Employers reminded not to take staff for granted
The retail whirlwind started by Black Friday and its close online cousin, Cyber Monday, has come to mark the start of an international festive shopping season – and this year looks to be setting new records.
Shoppers, whether of the High Street or e-commerce variety, get some decent discounts and it’s a boost for business, employment and economies. But a senior IOSH executive has called on retail employers not to be tempted to use this hectic period to make up for lost sales revenue from the pandemic and drive their workers extra hard, especially when they might still be dealing with staff shortages.
The keys to staffing this retail rollover will be planning and communication, says Michael Edwards, an OSH Content Developer from the IOSH Advice and Practice team.
“Organisations with a strong safety culture tend to be more effective at preventing workplace accidents, injuries and ill-health,” said Michael.
“Planning how your organisation is going to manage the health and safety of its people during periods of heightened workload is absolutely essential,” he added.
“Something else that’s paramount is good communication and this has to be two-way – this is central to the collective ownership of a good safety culture that’s based on teamwork.”
Michael sees a world of difference between ‘worker consultation’ and ‘worker participation’: “ISO45001 defines consultation as “seeking views before making a decision”, though once these views are sought they could be ignored by box-ticking managers.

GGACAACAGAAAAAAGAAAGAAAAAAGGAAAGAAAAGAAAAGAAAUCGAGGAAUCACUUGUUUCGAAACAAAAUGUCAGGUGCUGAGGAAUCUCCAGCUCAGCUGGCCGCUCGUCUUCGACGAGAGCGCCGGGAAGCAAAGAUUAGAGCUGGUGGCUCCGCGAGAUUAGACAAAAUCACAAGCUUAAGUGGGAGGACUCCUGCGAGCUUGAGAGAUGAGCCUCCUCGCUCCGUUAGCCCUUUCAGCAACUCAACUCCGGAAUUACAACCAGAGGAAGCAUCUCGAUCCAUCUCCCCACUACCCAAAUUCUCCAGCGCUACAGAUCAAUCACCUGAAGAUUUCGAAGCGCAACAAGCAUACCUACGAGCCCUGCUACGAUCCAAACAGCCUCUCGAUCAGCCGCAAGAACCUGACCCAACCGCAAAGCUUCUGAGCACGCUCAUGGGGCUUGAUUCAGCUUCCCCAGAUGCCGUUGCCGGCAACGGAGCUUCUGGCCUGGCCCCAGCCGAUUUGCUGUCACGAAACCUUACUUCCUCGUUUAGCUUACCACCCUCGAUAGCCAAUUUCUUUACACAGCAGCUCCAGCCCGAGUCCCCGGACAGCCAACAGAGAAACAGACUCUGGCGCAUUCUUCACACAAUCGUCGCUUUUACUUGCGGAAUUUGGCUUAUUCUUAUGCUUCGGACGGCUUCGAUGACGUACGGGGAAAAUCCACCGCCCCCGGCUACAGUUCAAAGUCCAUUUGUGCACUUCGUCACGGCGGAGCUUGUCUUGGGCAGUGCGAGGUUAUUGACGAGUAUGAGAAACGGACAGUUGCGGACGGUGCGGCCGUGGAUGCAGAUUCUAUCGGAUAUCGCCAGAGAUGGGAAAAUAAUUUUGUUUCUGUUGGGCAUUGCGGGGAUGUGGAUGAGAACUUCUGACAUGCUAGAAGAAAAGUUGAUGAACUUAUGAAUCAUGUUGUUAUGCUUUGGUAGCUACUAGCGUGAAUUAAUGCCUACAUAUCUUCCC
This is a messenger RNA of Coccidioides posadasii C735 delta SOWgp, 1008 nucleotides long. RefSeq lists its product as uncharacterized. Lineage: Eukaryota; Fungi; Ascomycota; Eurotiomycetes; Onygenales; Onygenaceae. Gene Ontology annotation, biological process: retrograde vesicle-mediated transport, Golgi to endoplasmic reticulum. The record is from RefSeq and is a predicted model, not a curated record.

“By contrast, ‘participation’ can be defined as “involvement in decision-making”, which makes for real worker engagement,” he added.
“Effective communication is the blood flow that keeps an organisation alive; it allows growth and development, and helps with anticipating, and responding to, change in the external environment.”.
“Respectful rather than officious communication gives employees factual information but also inspires them with confidence to contribute, which in turn gives management the opportunity to create a positive, safe and productive working environment.”
The 2012 HSE ‘Step Change to Safety programme defined worker engagement as the, “active participation of everyone in the workforce in the management and improvement of safety. When engaged, workers feel able to improve safety where they work.”
IOSH has previously also drawn attention to the impact of shift work on the risk of injury, where working night shifts has been shown to have around a 25-30 percent higher risk of injury than working day shifts. Working 12-hour shifts rather than 8-hour shifts also increases the risk of injury by a similar amount.
IOSH Magazine – ‘W’ for Worker involvement